The same group led me to the 2010 exhibition on Mexican Barbies and their clones at MUJAM (museum of vintage toys). It seems the reason that Cipsa relied so heavily on the Steffi mold was that competitor Lili Ledy's Barbara Parlante used the Barbie face of the time. Lily Ledy also had the license for Tressy dolls and added Tressy's hot boyfriend Ricardo.

A few other Mexican fashion doll photos before moving on to other countries:
After this wealth of eye candy, I had to try some other countries. . . say. . . Venezuela! It's the Miss Barbie Venezuela pageant, apparently the ultimate aspiration of Barbie Basics.

Argentina is where the first giant Barbie store was launched.

Let's go look at Falabella, the big Chilean department store! Their doll selection is mostly familiar American brands, except for Violetta, who's apparently from the Disneylatino equivalent of Hannah Montana. Violetta looks rather like a Sparkle Girl.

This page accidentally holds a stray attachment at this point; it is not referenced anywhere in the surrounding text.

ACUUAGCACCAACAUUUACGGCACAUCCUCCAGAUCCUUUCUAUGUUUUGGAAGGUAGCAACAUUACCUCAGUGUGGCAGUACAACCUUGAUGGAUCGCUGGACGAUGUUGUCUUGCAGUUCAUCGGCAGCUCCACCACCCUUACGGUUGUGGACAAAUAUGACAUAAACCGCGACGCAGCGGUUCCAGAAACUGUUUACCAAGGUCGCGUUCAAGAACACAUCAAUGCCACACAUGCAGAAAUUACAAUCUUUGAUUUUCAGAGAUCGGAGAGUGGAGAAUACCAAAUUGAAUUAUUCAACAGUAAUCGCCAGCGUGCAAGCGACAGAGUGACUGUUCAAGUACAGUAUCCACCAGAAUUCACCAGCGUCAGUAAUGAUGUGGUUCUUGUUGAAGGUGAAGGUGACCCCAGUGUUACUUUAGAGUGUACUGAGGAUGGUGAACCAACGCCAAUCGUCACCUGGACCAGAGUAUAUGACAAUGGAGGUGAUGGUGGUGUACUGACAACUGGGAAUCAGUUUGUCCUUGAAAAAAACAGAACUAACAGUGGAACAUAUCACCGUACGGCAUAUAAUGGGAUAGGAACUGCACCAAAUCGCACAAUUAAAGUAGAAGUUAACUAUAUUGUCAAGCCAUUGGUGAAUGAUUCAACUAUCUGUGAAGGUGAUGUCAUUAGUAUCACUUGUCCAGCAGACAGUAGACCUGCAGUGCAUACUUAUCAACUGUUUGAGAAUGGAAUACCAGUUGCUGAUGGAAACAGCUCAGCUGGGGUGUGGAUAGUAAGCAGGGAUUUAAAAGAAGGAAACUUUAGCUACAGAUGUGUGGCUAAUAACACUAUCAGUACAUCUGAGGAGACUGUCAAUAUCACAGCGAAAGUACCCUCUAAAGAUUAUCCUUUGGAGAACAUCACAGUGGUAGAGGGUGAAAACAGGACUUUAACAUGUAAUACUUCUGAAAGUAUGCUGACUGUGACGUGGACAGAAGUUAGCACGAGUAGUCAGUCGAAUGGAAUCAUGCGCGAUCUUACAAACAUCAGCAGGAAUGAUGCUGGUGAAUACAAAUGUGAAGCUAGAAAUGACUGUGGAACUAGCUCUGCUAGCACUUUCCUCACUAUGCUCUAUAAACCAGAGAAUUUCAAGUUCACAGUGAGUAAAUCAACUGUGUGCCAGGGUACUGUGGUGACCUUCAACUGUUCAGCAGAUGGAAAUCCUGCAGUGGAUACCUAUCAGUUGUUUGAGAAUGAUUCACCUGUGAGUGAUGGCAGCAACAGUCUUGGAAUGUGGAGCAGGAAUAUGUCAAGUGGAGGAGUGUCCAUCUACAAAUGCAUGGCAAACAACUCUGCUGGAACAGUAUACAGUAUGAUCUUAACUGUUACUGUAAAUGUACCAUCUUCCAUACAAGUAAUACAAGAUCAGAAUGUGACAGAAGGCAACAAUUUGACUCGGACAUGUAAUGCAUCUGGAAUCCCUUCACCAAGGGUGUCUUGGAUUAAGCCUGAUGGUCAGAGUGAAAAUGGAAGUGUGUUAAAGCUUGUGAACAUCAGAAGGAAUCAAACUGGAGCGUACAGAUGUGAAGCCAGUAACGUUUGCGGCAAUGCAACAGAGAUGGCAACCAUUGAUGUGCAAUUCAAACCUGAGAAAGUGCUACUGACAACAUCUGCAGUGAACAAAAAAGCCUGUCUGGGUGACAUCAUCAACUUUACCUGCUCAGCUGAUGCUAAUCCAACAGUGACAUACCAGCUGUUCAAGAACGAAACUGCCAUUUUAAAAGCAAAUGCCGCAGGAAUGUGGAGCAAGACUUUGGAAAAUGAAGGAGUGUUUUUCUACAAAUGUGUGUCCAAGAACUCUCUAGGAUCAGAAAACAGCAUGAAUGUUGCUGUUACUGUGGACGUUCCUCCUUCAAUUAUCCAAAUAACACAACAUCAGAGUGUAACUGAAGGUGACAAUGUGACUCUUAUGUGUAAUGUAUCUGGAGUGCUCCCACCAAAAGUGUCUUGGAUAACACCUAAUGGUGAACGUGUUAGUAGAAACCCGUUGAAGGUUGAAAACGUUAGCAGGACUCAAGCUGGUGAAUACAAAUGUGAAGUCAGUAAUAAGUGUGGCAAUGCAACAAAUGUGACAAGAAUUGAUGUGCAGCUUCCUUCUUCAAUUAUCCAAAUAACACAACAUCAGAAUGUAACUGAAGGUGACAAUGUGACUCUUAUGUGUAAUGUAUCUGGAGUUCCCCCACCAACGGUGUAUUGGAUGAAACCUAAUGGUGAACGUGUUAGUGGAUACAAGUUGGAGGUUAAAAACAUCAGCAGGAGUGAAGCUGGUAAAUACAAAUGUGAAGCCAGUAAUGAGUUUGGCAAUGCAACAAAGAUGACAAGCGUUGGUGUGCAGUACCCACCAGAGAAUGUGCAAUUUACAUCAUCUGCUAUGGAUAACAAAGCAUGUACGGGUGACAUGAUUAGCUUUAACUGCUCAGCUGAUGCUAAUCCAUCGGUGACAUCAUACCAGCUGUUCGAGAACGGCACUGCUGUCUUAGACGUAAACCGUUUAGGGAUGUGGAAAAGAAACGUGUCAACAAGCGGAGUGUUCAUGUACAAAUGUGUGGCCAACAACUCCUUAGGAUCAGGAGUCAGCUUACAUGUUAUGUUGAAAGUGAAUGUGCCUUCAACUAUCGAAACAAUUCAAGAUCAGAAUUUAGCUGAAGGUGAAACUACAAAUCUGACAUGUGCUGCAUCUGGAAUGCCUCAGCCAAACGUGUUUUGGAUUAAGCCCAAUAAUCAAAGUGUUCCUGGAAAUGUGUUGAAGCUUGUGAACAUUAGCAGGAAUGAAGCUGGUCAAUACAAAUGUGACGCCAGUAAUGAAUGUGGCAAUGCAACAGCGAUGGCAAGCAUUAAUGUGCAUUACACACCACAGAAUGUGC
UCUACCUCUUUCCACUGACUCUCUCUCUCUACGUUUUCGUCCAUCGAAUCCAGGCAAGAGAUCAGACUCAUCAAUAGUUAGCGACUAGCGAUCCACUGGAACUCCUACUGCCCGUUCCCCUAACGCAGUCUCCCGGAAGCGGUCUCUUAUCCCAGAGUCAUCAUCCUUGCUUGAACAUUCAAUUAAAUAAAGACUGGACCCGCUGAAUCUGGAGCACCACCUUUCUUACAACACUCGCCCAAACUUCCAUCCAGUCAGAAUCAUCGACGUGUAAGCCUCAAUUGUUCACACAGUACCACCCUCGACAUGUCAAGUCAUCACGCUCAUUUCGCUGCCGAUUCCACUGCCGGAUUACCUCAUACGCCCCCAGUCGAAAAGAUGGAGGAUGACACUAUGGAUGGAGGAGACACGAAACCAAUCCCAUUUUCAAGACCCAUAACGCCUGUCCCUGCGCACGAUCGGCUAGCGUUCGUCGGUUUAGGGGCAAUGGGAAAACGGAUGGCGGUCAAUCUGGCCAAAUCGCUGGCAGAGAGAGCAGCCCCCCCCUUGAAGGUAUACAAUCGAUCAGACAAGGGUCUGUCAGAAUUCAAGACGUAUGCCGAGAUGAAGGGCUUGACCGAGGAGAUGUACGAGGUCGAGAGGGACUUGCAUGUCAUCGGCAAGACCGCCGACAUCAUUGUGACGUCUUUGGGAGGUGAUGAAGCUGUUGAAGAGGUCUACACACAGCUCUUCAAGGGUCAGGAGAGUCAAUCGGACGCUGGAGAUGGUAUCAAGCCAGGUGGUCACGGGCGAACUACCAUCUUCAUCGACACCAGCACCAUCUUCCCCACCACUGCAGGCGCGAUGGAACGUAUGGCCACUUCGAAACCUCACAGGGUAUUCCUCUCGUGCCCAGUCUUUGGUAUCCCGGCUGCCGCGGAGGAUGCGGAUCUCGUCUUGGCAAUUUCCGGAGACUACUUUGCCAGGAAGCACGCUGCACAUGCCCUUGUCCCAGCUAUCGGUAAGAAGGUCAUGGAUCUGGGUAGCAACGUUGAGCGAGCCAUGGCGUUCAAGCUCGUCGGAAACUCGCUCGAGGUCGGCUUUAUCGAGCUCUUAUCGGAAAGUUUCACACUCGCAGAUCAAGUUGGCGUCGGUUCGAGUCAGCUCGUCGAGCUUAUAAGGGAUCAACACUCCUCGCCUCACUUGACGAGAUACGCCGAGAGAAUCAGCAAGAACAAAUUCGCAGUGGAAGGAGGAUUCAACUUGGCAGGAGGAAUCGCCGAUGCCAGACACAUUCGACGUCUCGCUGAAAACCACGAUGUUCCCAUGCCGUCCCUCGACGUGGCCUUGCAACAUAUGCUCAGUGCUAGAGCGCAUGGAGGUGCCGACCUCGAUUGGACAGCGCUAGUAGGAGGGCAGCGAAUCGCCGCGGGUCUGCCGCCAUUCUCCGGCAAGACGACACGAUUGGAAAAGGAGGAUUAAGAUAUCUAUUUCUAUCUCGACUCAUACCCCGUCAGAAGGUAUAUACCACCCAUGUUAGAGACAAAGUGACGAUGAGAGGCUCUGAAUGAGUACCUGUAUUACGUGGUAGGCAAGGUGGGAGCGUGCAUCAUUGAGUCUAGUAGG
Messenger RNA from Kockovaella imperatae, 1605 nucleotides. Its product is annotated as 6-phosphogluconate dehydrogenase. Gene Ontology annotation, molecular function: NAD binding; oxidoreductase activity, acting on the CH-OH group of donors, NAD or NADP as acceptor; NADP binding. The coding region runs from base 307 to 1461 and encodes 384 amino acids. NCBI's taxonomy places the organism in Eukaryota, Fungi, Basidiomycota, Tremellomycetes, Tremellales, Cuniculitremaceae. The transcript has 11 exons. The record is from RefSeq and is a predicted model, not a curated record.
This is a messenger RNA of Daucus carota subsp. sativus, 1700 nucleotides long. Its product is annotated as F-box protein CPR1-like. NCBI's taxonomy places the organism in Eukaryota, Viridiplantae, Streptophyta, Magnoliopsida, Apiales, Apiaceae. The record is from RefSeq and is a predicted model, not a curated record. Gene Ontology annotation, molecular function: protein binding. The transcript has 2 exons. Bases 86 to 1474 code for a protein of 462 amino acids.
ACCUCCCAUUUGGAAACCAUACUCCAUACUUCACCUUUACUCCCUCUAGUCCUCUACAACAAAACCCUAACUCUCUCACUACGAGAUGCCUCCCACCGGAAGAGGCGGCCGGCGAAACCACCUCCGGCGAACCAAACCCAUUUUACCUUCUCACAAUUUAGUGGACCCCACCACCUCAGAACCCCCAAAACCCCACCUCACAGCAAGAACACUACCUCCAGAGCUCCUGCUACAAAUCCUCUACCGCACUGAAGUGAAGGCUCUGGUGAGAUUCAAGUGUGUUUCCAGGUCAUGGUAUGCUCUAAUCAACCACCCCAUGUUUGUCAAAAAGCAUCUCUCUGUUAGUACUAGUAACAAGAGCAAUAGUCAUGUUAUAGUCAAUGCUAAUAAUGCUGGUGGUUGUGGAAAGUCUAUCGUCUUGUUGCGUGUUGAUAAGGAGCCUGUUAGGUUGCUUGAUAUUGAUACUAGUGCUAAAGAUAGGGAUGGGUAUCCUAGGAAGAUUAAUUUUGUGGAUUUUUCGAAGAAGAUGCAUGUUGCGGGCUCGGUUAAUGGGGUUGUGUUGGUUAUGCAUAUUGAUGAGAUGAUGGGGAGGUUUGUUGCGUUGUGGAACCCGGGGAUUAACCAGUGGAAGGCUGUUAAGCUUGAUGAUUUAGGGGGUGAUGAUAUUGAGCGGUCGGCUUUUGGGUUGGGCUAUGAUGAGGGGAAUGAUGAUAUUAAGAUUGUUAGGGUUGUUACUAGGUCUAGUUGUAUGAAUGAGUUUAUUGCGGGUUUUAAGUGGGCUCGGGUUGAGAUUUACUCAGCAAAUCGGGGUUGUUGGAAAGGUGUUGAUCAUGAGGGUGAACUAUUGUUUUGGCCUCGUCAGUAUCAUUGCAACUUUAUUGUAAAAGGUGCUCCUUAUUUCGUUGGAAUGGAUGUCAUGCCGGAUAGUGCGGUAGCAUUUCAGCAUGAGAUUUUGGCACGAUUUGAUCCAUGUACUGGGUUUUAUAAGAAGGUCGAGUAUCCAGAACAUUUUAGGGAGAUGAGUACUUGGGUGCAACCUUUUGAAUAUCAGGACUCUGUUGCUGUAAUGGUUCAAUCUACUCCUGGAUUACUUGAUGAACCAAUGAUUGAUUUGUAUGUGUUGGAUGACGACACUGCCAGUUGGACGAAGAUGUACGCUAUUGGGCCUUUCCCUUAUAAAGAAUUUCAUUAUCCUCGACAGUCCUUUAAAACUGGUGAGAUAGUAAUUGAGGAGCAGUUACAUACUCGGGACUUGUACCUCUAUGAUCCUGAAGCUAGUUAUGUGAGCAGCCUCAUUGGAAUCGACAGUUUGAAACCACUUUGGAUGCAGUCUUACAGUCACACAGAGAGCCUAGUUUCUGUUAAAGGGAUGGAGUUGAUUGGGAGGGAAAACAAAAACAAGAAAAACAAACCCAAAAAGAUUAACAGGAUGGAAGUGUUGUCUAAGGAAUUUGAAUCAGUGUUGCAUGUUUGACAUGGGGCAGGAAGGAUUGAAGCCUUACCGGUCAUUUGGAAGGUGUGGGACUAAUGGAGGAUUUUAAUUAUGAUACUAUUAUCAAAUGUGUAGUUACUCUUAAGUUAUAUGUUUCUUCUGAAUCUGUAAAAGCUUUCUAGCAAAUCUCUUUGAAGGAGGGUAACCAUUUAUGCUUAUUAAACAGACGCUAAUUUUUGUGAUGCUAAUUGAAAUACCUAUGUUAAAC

Latin America is apparently wall-to-wall platinum-blond Barbies. I checked a couple other stores, including Curacao, which specifically aims itself at the working-class Latino market in Arizona and southern California (hint: mostly dark-skinned), and it's all Barbie. Even today's assimilated Teresa, who's no darker than Summer's tennis tan, is absent.

Elena/Teresa tries to be a good sport about comparing skin tone with an Experimental Subject.
One of the troubling features of the whole "Mexico Barbie" debate -- which I'm not going to plunge into, because it's a quagmire -- was that nobody, including Mattel, seemed to remember that Teresa was supposed to represent the contemporary Latina. She even celebrated her quincea├▒era back in 1994.

After confirming that I wasn't hallucinating that Teresa in the 1990s looked like the women I see around Phoenix, I had to go stare at vintage Valeries for a while to regain my composure.

I'm not sure if I like the purplish landscape or the Phoenix better.

Hayden and Elena ponder art from the library's regional collection. I love handouts like these as a source of free, authentic dollhouse art. As it happens, none of these pieces turn out to reflect anything really Hispanic except maybe from the romanticized view of American settlers, but the colors are pretty.